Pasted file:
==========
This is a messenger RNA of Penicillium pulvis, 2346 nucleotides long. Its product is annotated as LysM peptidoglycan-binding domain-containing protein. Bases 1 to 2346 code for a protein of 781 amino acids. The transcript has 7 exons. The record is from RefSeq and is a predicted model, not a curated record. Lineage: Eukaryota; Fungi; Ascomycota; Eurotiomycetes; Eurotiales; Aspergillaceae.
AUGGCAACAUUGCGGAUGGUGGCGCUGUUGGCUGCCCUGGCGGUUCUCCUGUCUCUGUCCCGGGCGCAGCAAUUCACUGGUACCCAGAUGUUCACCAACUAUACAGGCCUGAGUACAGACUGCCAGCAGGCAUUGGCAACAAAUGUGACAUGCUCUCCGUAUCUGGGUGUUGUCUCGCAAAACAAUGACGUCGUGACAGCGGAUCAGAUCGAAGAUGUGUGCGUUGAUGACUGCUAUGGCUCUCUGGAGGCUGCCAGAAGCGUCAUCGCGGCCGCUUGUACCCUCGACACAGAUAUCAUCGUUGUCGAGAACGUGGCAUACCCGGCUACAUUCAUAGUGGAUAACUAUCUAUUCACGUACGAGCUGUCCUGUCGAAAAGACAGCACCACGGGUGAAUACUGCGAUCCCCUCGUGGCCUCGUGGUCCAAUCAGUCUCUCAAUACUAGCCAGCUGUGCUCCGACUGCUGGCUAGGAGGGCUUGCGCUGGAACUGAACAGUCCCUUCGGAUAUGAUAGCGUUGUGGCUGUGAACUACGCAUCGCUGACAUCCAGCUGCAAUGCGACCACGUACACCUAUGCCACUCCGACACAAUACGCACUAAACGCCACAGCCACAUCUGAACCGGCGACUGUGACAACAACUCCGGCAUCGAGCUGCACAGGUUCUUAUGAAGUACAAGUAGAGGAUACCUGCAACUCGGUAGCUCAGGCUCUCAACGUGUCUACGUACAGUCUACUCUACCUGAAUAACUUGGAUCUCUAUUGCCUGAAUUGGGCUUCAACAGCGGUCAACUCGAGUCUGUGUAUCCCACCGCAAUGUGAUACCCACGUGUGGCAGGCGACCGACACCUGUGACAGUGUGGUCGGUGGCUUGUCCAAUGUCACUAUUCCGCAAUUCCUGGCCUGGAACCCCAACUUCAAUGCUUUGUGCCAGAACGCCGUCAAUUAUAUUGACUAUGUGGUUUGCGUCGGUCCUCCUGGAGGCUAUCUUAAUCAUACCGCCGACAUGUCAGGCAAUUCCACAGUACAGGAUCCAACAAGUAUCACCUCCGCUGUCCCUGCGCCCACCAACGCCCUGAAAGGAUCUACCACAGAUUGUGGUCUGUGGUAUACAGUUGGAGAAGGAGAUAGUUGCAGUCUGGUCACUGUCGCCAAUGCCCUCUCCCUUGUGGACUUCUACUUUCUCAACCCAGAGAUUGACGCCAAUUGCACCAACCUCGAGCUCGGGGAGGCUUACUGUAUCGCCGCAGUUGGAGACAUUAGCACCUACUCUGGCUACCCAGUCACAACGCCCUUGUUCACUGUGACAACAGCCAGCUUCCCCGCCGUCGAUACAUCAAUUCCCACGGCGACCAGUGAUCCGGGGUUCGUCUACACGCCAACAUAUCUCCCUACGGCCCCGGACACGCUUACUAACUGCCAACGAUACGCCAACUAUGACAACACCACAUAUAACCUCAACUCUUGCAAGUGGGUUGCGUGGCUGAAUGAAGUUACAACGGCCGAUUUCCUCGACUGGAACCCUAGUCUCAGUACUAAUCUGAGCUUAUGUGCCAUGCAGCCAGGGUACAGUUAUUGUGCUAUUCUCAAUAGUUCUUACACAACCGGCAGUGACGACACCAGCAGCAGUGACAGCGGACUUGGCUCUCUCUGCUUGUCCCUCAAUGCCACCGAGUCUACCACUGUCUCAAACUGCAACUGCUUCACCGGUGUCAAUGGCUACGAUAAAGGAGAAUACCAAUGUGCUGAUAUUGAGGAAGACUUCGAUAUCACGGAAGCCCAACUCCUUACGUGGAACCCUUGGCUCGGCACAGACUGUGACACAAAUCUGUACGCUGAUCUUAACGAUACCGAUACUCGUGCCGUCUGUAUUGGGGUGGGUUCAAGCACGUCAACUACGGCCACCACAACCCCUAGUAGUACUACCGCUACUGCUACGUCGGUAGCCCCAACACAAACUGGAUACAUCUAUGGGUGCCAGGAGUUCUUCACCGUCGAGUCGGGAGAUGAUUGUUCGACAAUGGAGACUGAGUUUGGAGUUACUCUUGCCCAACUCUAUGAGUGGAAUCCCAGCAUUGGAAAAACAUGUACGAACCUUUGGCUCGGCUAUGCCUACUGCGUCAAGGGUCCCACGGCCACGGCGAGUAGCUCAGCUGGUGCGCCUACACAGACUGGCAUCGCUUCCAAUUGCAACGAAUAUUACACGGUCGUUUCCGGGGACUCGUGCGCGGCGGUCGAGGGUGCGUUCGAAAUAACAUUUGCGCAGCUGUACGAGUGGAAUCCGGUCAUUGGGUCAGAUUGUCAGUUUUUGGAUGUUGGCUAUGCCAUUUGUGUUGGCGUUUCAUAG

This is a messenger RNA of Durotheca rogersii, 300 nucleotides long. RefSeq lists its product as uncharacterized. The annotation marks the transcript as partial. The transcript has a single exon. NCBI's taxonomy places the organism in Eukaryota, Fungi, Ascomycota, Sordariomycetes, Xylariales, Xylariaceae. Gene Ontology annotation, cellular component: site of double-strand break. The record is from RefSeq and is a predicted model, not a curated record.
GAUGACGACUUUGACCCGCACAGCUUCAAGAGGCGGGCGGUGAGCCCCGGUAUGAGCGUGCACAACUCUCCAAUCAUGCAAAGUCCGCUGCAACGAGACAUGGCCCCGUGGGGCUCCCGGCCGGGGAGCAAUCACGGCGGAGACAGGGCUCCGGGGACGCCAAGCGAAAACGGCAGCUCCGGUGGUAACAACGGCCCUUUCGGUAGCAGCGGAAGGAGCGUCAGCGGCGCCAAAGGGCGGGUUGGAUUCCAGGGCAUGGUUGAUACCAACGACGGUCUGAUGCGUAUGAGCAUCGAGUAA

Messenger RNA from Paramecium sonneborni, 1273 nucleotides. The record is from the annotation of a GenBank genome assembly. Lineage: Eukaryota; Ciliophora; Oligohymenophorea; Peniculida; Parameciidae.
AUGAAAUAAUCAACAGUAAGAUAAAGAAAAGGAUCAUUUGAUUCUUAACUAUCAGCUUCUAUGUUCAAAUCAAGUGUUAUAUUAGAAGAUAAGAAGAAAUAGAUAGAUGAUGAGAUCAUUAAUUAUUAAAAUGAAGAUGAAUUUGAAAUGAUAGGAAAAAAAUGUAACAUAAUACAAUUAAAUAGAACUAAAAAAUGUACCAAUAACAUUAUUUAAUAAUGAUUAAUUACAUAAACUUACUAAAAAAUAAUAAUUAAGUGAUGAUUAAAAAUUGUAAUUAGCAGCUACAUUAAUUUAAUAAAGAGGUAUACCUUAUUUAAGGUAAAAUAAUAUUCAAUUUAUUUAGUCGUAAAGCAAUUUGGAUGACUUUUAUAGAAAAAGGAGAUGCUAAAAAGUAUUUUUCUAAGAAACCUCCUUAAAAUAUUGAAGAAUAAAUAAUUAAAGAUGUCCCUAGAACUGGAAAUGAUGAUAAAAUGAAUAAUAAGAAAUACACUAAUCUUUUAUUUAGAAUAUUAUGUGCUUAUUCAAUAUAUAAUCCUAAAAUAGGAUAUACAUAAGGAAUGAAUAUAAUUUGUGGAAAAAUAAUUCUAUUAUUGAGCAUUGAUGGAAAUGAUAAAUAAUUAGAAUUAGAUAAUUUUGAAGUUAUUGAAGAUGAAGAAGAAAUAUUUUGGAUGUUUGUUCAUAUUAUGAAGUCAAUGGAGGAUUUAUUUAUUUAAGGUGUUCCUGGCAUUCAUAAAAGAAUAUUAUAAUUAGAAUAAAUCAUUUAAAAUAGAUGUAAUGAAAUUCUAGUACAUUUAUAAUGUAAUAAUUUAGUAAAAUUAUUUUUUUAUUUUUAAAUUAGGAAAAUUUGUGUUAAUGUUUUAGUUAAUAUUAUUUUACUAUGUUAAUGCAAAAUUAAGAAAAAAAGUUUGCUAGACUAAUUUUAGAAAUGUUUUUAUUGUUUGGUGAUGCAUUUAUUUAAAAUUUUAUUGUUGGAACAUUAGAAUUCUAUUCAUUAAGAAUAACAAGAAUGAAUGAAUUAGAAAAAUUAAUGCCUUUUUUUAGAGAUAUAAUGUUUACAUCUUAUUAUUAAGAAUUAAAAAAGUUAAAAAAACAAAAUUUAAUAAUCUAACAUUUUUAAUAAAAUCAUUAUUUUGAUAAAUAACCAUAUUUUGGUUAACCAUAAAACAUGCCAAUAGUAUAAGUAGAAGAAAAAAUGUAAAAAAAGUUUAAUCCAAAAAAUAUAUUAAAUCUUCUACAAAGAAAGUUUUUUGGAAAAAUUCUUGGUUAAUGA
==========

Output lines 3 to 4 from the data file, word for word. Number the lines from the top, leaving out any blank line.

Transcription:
This is a messenger RNA of Durotheca rogersii, 300 nucleotides long. RefSeq lists its product as uncharacterized. The annotation marks the transcript as partial. The transcript has a single exon. NCBI's taxonomy places the organism in Eukaryota, Fungi, Ascomycota, Sordariomycetes, Xylariales, Xylariaceae. Gene Ontology annotation, cellular component: site of double-strand break. The record is from RefSeq and is a predicted model, not a curated record.
GAUGACGACUUUGACCCGCACAGCUUCAAGAGGCGGGCGGUGAGCCCCGGUAUGAGCGUGCACAACUCUCCAAUCAUGCAAAGUCCGCUGCAACGAGACAUGGCCCCGUGGGGCUCCCGGCCGGGGAGCAAUCACGGCGGAGACAGGGCUCCGGGGACGCCAAGCGAAAACGGCAGCUCCGGUGGUAACAACGGCCCUUUCGGUAGCAGCGGAAGGAGCGUCAGCGGCGCCAAAGGGCGGGUUGGAUUCCAGGGCAUGGUUGAUACCAACGACGGUCUGAUGCGUAUGAGCAUCGAGUAA